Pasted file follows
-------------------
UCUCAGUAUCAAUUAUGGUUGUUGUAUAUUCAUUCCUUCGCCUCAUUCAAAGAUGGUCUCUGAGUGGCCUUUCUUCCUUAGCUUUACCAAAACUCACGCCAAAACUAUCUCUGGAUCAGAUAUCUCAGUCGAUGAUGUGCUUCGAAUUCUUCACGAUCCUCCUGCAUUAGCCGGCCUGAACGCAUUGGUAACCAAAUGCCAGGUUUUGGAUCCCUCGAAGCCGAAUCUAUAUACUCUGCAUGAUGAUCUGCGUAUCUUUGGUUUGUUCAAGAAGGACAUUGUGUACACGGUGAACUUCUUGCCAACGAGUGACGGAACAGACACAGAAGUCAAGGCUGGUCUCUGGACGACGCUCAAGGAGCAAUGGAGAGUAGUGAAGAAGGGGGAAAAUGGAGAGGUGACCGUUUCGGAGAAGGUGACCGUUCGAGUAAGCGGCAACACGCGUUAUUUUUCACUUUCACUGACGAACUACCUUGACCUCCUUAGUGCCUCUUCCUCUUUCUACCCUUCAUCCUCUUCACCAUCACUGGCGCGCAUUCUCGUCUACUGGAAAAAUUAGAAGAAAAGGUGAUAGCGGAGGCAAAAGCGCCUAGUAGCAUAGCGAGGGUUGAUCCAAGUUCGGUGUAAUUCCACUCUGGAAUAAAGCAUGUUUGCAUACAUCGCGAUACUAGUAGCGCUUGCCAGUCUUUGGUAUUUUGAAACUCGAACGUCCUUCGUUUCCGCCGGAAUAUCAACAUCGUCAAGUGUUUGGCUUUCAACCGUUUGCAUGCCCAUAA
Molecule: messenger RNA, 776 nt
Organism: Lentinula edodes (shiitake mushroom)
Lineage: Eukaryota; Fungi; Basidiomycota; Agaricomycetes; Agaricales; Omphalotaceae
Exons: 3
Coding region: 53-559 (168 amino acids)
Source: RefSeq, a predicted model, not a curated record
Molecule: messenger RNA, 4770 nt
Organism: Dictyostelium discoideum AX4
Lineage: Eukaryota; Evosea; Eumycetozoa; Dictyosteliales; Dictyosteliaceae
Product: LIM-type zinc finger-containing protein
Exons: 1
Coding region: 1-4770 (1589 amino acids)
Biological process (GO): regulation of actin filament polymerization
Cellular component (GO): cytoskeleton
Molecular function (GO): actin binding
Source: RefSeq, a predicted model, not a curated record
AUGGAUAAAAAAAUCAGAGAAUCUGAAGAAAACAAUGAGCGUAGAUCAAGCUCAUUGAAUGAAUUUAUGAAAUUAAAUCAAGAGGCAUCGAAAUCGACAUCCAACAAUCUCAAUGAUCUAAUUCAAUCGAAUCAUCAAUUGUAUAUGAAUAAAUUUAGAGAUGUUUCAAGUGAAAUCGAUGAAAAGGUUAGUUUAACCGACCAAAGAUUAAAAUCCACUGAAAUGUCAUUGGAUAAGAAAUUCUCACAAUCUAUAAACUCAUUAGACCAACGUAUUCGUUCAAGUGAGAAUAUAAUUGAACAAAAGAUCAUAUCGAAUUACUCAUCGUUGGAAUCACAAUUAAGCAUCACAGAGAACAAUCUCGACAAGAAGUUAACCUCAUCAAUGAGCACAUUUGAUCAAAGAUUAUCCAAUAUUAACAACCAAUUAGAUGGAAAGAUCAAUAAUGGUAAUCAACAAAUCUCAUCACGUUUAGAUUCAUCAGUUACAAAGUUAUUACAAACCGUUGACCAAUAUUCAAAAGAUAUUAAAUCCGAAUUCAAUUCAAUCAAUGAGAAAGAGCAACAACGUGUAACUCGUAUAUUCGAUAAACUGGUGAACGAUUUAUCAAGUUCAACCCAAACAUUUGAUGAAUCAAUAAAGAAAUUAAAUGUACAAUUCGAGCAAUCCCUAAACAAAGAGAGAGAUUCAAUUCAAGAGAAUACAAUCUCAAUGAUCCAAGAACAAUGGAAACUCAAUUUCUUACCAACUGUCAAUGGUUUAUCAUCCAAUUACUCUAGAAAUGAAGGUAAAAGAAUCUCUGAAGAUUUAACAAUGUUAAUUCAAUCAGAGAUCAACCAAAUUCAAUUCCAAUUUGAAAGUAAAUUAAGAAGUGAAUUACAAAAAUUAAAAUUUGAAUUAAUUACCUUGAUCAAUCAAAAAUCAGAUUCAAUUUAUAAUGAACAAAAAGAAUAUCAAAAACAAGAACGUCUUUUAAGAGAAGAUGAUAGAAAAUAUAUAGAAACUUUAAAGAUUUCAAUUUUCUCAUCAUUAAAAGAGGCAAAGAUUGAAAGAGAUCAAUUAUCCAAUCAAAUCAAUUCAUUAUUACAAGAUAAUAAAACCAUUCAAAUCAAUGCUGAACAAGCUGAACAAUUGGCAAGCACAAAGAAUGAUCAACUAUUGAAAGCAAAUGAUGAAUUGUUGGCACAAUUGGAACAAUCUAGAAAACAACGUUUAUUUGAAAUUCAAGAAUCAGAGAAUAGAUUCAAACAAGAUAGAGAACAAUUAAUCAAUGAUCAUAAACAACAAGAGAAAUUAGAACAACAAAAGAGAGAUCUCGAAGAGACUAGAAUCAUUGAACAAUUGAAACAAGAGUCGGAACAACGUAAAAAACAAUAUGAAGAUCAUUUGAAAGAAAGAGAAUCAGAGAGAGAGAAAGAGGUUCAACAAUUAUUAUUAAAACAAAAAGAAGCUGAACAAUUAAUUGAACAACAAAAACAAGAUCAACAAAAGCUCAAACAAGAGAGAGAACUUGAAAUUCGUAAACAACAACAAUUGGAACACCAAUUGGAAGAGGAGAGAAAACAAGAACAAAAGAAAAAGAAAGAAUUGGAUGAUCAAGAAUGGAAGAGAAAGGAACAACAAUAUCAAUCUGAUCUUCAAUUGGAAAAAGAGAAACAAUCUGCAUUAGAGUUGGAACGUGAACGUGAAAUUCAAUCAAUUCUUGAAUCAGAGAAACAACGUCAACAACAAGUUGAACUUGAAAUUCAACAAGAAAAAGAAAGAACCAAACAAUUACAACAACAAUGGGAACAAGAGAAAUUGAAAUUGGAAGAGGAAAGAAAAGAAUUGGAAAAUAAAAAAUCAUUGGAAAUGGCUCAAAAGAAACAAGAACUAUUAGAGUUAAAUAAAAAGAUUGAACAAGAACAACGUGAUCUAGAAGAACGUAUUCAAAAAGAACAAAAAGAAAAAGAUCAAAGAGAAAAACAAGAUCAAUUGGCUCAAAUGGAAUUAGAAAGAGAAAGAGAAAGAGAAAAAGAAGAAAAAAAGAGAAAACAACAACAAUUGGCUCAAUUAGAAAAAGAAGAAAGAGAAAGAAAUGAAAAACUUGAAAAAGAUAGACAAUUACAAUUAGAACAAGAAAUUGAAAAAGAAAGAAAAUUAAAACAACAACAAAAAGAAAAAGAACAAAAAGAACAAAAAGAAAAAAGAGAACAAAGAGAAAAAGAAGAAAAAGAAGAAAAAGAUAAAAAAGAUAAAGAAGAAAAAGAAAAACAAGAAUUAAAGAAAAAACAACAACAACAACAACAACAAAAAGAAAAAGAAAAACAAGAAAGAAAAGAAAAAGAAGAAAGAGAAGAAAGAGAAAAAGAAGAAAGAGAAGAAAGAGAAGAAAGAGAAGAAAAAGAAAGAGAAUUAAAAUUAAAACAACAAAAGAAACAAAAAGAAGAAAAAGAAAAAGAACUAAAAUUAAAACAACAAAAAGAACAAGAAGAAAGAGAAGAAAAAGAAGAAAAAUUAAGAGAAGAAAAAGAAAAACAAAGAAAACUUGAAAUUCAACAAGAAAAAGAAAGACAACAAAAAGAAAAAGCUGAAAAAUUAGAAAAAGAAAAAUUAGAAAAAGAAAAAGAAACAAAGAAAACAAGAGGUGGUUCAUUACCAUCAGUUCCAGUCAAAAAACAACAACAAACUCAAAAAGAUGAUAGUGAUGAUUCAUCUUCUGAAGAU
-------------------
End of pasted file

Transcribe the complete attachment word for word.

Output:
UCUCAGUAUCAAUUAUGGUUGUUGUAUAUUCAUUCCUUCGCCUCAUUCAAAGAUGGUCUCUGAGUGGCCUUUCUUCCUUAGCUUUACCAAAACUCACGCCAAAACUAUCUCUGGAUCAGAUAUCUCAGUCGAUGAUGUGCUUCGAAUUCUUCACGAUCCUCCUGCAUUAGCCGGCCUGAACGCAUUGGUAACCAAAUGCCAGGUUUUGGAUCCCUCGAAGCCGAAUCUAUAUACUCUGCAUGAUGAUCUGCGUAUCUUUGGUUUGUUCAAGAAGGACAUUGUGUACACGGUGAACUUCUUGCCAACGAGUGACGGAACAGACACAGAAGUCAAGGCUGGUCUCUGGACGACGCUCAAGGAGCAAUGGAGAGUAGUGAAGAAGGGGGAAAAUGGAGAGGUGACCGUUUCGGAGAAGGUGACCGUUCGAGUAAGCGGCAACACGCGUUAUUUUUCACUUUCACUGACGAACUACCUUGACCUCCUUAGUGCCUCUUCCUCUUUCUACCCUUCAUCCUCUUCACCAUCACUGGCGCGCAUUCUCGUCUACUGGAAAAAUUAGAAGAAAAGGUGAUAGCGGAGGCAAAAGCGCCUAGUAGCAUAGCGAGGGUUGAUCCAAGUUCGGUGUAAUUCCACUCUGGAAUAAAGCAUGUUUGCAUACAUCGCGAUACUAGUAGCGCUUGCCAGUCUUUGGUAUUUUGAAACUCGAACGUCCUUCGUUUCCGCCGGAAUAUCAACAUCGUCAAGUGUUUGGCUUUCAACCGUUUGCAUGCCCAUAA
Molecule: messenger RNA, 776 nt
Organism: Lentinula edodes (shiitake mushroom)
Lineage: Eukaryota; Fungi; Basidiomycota; Agaricomycetes; Agaricales; Omphalotaceae
Exons: 3
Coding region: 53-559 (168 amino acids)
Source: RefSeq, a predicted model, not a curated record
Molecule: messenger RNA, 4770 nt
Organism: Dictyostelium discoideum AX4
Lineage: Eukaryota; Evosea; Eumycetozoa; Dictyosteliales; Dictyosteliaceae
Product: LIM-type zinc finger-containing protein
Exons: 1
Coding region: 1-4770 (1589 amino acids)
Biological process (GO): regulation of actin filament polymerization
Cellular component (GO): cytoskeleton
Molecular function (GO): actin binding
Source: RefSeq, a predicted model, not a curated record
AUGGAUAAAAAAAUCAGAGAAUCUGAAGAAAACAAUGAGCGUAGAUCAAGCUCAUUGAAUGAAUUUAUGAAAUUAAAUCAAGAGGCAUCGAAAUCGACAUCCAACAAUCUCAAUGAUCUAAUUCAAUCGAAUCAUCAAUUGUAUAUGAAUAAAUUUAGAGAUGUUUCAAGUGAAAUCGAUGAAAAGGUUAGUUUAACCGACCAAAGAUUAAAAUCCACUGAAAUGUCAUUGGAUAAGAAAUUCUCACAAUCUAUAAACUCAUUAGACCAACGUAUUCGUUCAAGUGAGAAUAUAAUUGAACAAAAGAUCAUAUCGAAUUACUCAUCGUUGGAAUCACAAUUAAGCAUCACAGAGAACAAUCUCGACAAGAAGUUAACCUCAUCAAUGAGCACAUUUGAUCAAAGAUUAUCCAAUAUUAACAACCAAUUAGAUGGAAAGAUCAAUAAUGGUAAUCAACAAAUCUCAUCACGUUUAGAUUCAUCAGUUACAAAGUUAUUACAAACCGUUGACCAAUAUUCAAAAGAUAUUAAAUCCGAAUUCAAUUCAAUCAAUGAGAAAGAGCAACAACGUGUAACUCGUAUAUUCGAUAAACUGGUGAACGAUUUAUCAAGUUCAACCCAAACAUUUGAUGAAUCAAUAAAGAAAUUAAAUGUACAAUUCGAGCAAUCCCUAAACAAAGAGAGAGAUUCAAUUCAAGAGAAUACAAUCUCAAUGAUCCAAGAACAAUGGAAACUCAAUUUCUUACCAACUGUCAAUGGUUUAUCAUCCAAUUACUCUAGAAAUGAAGGUAAAAGAAUCUCUGAAGAUUUAACAAUGUUAAUUCAAUCAGAGAUCAACCAAAUUCAAUUCCAAUUUGAAAGUAAAUUAAGAAGUGAAUUACAAAAAUUAAAAUUUGAAUUAAUUACCUUGAUCAAUCAAAAAUCAGAUUCAAUUUAUAAUGAACAAAAAGAAUAUCAAAAACAAGAACGUCUUUUAAGAGAAGAUGAUAGAAAAUAUAUAGAAACUUUAAAGAUUUCAAUUUUCUCAUCAUUAAAAGAGGCAAAGAUUGAAAGAGAUCAAUUAUCCAAUCAAAUCAAUUCAUUAUUACAAGAUAAUAAAACCAUUCAAAUCAAUGCUGAACAAGCUGAACAAUUGGCAAGCACAAAGAAUGAUCAACUAUUGAAAGCAAAUGAUGAAUUGUUGGCACAAUUGGAACAAUCUAGAAAACAACGUUUAUUUGAAAUUCAAGAAUCAGAGAAUAGAUUCAAACAAGAUAGAGAACAAUUAAUCAAUGAUCAUAAACAACAAGAGAAAUUAGAACAACAAAAGAGAGAUCUCGAAGAGACUAGAAUCAUUGAACAAUUGAAACAAGAGUCGGAACAACGUAAAAAACAAUAUGAAGAUCAUUUGAAAGAAAGAGAAUCAGAGAGAGAGAAAGAGGUUCAACAAUUAUUAUUAAAACAAAAAGAAGCUGAACAAUUAAUUGAACAACAAAAACAAGAUCAACAAAAGCUCAAACAAGAGAGAGAACUUGAAAUUCGUAAACAACAACAAUUGGAACACCAAUUGGAAGAGGAGAGAAAACAAGAACAAAAGAAAAAGAAAGAAUUGGAUGAUCAAGAAUGGAAGAGAAAGGAACAACAAUAUCAAUCUGAUCUUCAAUUGGAAAAAGAGAAACAAUCUGCAUUAGAGUUGGAACGUGAACGUGAAAUUCAAUCAAUUCUUGAAUCAGAGAAACAACGUCAACAACAAGUUGAACUUGAAAUUCAACAAGAAAAAGAAAGAACCAAACAAUUACAACAACAAUGGGAACAAGAGAAAUUGAAAUUGGAAGAGGAAAGAAAAGAAUUGGAAAAUAAAAAAUCAUUGGAAAUGGCUCAAAAGAAACAAGAACUAUUAGAGUUAAAUAAAAAGAUUGAACAAGAACAACGUGAUCUAGAAGAACGUAUUCAAAAAGAACAAAAAGAAAAAGAUCAAAGAGAAAAACAAGAUCAAUUGGCUCAAAUGGAAUUAGAAAGAGAAAGAGAAAGAGAAAAAGAAGAAAAAAAGAGAAAACAACAACAAUUGGCUCAAUUAGAAAAAGAAGAAAGAGAAAGAAAUGAAAAACUUGAAAAAGAUAGACAAUUACAAUUAGAACAAGAAAUUGAAAAAGAAAGAAAAUUAAAACAACAACAAAAAGAAAAAGAACAAAAAGAACAAAAAGAAAAAAGAGAACAAAGAGAAAAAGAAGAAAAAGAAGAAAAAGAUAAAAAAGAUAAAGAAGAAAAAGAAAAACAAGAAUUAAAGAAAAAACAACAACAACAACAACAACAAAAAGAAAAAGAAAAACAAGAAAGAAAAGAAAAAGAAGAAAGAGAAGAAAGAGAAAAAGAAGAAAGAGAAGAAAGAGAAGAAAGAGAAGAAAAAGAAAGAGAAUUAAAAUUAAAACAACAAAAGAAACAAAAAGAAGAAAAAGAAAAAGAACUAAAAUUAAAACAACAAAAAGAACAAGAAGAAAGAGAAGAAAAAGAAGAAAAAUUAAGAGAAGAAAAAGAAAAACAAAGAAAACUUGAAAUUCAACAAGAAAAAGAAAGACAACAAAAAGAAAAAGCUGAAAAAUUAGAAAAAGAAAAAUUAGAAAAAGAAAAAGAAACAAAGAAAACAAGAGGUGGUUCAUUACCAUCAGUUCCAGUCAAAAAACAACAACAAACUCAAAAAGAUGAUAGUGAUGAUUCAUCUUCUGAAGAU